Hawaii comes to Cooperstown
It all started with the December 2006 issue of Memories and Dreams, the official magazine of the Baseball Hall of Fame .
Curator Lenny DiFranza’s article on the first artifacts donated to the Museum featured a 1938 photo of the Honolulu Conservatory of Music building on Main Street in Cooperstown, which was demolished to make way for the Hall of Fame and Museum. Being that I was born and raised in Hawaii, I wondered how in the world a conservatory from back home ended up in Cooperstown, let alone on the site of the Hall.
Recently, with the assistance of local historians in Cooperstown, and Museum and library staffs in Flint, Michigan and Cleveland, I was able to piece together a part of the story – although a few mysteries remain.
The Oahu Publishing Company/Honolulu Conservatory of Music was established in Flint, Michigan in the mid-1920s by half brothers Harry G. Stanley and George A. Bronson. Why Flint? Because of the auto industry, Flint attracted workers from across the U.S., including Hawaii (a territory at the time). By all indications, the Hawaiians brought their music with them, and this provided the impetus for the brothers to capitalize on the nationwide craze for this music by publishing sheet music and providing guitar instruction. Eventually, they opened 1,200 studios across the U.S., Canada, and other foreign countries.
Interestingly, one of these studios found its way to Cooperstown. In the Feb. 11, 1938 issue of The Otsego Farmer, an ad announced that Philip J. Colwell opened a Honolulu Conservatory of Music location on 29 Pioneer Street. It also invited residents to learn the “slides, slurs, variations and trick playing that puts the Hawaiian guitar in first place today.”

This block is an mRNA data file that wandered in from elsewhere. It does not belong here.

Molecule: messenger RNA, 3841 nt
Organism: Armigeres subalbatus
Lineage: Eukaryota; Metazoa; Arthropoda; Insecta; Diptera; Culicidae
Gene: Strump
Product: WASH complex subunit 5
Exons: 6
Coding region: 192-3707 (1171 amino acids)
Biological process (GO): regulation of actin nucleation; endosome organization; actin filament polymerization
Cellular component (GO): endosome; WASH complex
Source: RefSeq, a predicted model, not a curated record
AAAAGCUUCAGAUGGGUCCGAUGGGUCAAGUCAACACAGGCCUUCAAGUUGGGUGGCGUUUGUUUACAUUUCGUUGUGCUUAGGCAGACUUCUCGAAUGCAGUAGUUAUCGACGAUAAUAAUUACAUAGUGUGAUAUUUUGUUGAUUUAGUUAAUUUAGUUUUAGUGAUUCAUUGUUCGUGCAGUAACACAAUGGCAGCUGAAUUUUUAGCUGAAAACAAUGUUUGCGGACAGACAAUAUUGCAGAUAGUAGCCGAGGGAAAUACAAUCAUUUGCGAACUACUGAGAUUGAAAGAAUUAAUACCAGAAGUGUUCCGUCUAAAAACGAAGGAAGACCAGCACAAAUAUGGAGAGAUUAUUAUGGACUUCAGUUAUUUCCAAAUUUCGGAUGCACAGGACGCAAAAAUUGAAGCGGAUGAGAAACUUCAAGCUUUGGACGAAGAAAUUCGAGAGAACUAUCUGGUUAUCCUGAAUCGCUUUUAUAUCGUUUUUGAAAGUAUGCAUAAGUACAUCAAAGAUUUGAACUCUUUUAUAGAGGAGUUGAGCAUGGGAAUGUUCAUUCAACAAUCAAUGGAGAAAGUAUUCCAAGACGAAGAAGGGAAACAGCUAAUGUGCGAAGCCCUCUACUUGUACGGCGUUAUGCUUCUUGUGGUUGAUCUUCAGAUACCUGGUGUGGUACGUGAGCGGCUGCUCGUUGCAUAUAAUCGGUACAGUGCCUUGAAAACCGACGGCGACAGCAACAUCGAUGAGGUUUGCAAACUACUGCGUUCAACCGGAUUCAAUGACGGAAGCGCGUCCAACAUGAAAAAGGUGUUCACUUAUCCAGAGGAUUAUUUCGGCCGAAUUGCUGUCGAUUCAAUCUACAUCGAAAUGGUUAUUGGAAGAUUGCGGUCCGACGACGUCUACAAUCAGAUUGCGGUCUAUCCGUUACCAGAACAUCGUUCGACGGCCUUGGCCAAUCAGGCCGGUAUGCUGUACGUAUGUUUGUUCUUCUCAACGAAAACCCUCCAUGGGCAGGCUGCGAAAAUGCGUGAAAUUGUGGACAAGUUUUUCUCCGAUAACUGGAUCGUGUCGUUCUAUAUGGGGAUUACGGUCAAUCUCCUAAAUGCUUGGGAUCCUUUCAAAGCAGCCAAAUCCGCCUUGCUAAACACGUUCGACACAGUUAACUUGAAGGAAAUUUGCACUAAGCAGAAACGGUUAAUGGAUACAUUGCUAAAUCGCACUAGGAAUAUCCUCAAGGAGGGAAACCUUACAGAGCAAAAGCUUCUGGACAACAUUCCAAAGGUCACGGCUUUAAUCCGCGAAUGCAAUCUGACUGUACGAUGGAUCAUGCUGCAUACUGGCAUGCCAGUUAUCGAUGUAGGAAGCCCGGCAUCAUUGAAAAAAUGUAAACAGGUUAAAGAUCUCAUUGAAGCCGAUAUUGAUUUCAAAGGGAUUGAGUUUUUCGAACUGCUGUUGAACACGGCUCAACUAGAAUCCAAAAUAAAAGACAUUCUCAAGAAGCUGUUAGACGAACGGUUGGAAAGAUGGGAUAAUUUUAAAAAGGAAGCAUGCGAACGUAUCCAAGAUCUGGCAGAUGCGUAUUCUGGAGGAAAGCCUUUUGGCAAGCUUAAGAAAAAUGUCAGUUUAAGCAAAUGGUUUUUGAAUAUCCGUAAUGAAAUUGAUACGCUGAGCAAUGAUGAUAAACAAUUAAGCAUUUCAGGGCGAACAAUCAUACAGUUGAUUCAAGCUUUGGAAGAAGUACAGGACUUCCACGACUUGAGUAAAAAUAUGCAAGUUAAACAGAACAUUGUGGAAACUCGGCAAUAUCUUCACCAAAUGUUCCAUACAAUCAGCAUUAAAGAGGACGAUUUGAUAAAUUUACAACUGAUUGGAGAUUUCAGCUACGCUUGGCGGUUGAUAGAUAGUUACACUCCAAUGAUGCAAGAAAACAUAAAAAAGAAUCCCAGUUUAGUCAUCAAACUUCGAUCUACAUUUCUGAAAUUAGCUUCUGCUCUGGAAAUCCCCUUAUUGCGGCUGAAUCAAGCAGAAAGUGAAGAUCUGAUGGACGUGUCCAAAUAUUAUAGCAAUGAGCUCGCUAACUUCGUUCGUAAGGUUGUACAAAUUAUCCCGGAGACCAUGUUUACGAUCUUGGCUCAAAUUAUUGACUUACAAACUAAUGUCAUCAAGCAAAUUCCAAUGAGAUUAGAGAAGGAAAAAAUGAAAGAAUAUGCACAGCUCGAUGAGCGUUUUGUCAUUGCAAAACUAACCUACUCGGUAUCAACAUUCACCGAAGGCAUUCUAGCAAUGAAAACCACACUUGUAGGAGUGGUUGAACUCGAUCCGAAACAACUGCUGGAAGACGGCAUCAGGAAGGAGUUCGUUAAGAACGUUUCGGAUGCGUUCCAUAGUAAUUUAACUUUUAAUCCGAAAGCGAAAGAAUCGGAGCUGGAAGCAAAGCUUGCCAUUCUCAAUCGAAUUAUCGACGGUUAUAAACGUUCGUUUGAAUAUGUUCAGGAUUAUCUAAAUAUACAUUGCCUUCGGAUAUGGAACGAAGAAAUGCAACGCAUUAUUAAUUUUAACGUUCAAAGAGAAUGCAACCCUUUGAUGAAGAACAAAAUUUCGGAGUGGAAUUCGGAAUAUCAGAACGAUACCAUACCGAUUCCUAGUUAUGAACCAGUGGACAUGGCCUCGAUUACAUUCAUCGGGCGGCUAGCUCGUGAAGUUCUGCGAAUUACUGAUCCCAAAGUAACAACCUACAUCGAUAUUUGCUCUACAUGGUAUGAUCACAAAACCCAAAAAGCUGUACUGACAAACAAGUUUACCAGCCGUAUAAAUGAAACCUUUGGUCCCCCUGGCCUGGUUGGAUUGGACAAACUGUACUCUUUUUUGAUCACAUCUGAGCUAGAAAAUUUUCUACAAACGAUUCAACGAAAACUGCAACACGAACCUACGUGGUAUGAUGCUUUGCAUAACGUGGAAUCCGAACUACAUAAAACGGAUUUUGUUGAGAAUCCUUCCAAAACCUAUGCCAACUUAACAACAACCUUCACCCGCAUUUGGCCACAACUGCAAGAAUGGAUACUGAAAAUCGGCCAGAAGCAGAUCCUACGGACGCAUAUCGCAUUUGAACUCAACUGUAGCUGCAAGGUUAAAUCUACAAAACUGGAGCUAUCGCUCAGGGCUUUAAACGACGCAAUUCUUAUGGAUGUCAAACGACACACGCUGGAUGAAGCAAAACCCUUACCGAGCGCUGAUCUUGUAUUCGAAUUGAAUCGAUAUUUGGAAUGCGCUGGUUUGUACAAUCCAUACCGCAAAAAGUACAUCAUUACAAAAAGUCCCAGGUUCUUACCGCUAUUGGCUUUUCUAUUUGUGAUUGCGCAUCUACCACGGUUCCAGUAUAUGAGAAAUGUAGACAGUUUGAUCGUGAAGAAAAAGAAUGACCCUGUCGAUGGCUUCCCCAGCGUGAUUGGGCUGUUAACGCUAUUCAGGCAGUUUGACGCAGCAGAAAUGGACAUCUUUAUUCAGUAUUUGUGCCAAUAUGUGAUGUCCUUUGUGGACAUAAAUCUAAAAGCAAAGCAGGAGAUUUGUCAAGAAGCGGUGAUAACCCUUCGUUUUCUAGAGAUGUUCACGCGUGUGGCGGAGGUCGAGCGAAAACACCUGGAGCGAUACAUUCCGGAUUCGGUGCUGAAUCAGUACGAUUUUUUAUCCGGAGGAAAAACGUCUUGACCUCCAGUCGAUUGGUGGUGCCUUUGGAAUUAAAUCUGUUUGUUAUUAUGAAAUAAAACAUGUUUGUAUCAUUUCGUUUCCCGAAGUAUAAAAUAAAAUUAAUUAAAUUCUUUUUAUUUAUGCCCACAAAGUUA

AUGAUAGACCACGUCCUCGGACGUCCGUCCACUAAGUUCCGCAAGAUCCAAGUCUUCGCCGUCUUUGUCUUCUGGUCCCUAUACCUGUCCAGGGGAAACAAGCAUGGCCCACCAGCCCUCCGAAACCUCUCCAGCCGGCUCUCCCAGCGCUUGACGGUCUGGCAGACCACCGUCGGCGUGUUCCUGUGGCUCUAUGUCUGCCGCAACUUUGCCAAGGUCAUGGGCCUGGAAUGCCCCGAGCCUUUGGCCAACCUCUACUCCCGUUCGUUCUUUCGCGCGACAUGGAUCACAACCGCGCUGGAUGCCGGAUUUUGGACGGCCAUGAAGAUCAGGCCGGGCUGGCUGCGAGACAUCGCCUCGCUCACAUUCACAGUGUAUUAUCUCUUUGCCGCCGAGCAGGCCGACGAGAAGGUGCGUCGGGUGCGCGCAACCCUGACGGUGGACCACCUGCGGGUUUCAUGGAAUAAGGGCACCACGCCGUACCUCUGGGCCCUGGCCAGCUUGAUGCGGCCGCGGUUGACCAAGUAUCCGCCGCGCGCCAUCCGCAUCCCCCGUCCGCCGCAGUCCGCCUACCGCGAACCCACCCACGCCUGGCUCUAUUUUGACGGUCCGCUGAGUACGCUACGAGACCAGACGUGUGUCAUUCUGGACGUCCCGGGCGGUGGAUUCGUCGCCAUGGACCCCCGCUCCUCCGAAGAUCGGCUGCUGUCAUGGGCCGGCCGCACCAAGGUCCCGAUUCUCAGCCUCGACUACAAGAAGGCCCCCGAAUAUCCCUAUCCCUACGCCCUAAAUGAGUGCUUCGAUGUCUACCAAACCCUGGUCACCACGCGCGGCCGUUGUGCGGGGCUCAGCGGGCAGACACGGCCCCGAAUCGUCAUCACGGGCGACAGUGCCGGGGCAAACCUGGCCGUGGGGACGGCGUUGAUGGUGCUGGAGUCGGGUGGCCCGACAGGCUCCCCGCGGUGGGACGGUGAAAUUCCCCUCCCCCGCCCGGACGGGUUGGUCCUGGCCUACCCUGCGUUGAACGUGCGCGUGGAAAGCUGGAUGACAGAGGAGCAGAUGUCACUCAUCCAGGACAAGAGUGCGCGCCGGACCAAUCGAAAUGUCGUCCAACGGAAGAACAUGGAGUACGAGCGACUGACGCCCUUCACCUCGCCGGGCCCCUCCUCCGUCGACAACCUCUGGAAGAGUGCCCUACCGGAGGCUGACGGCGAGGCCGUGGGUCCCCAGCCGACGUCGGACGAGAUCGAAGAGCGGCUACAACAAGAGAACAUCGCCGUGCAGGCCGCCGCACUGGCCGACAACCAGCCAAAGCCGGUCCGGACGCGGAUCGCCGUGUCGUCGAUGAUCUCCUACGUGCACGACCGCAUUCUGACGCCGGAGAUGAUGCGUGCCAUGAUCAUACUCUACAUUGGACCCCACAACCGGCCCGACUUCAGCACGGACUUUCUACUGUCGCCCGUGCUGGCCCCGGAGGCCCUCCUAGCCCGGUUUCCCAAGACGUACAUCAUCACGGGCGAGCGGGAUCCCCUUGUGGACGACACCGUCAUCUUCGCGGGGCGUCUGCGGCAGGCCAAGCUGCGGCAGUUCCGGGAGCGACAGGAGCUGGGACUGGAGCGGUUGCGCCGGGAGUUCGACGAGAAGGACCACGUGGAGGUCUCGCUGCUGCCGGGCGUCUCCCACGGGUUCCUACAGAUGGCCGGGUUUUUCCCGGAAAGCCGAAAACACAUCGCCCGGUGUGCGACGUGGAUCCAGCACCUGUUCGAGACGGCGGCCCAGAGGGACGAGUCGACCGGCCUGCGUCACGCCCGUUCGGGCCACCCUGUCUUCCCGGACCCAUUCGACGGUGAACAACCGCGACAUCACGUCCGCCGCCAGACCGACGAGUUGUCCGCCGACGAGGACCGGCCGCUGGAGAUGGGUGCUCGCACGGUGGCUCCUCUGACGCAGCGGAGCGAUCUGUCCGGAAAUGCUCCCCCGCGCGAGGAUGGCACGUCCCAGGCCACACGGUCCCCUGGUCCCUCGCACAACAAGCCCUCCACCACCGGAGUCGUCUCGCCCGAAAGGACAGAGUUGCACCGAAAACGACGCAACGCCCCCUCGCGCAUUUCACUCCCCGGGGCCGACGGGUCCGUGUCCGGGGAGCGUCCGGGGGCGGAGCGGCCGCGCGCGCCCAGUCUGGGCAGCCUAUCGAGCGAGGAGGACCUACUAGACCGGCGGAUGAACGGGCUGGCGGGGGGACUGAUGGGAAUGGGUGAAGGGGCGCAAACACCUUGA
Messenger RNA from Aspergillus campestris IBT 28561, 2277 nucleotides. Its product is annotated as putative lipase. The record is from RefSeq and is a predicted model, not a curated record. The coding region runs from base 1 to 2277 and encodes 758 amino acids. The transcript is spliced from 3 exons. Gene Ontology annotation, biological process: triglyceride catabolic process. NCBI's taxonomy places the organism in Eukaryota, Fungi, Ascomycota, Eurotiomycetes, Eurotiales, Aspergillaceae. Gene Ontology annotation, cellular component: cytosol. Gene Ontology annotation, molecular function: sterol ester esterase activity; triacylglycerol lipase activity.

Business must have been brisk – on April 20, 1938, an article in The Freeman’s Journal stated that Colwell moved to a larger location at 33 Main Street, the site of the current Museum. This takes us back to the photo in Lenny’s article. By the time of the Museum’s dedication on June 12, 1939, the Conservatory building was long gone. Colwell’s business was listed in the 1938 Cooperstown Village Directory, but was nowhere to be found when the next directory was published in 1940.
So what happened? There are no indications that Colwell moved to a new location, or opened other studios in the area. Why did he fold up a business that seemed to be thriving and riding the wave of Hawaiian music’s popularity? These are questions I will continue to pursue.
Ultimately, while there wasn’t the direct connection between Cooperstown and my home state that I had hoped for, I was glad to learn about the spread of the islands’ music across the country. And I know that once Hawaiian natives Sid Fernandez, Benny Agbayani and Shane Victorino are inducted into the Hall – or so I hope – the Hawaiian connection will truly be complete!
Jon Arakaki is a Library volunteer at the National Baseball Hall of Fame and Museum and a professor at SUNY Oneonta.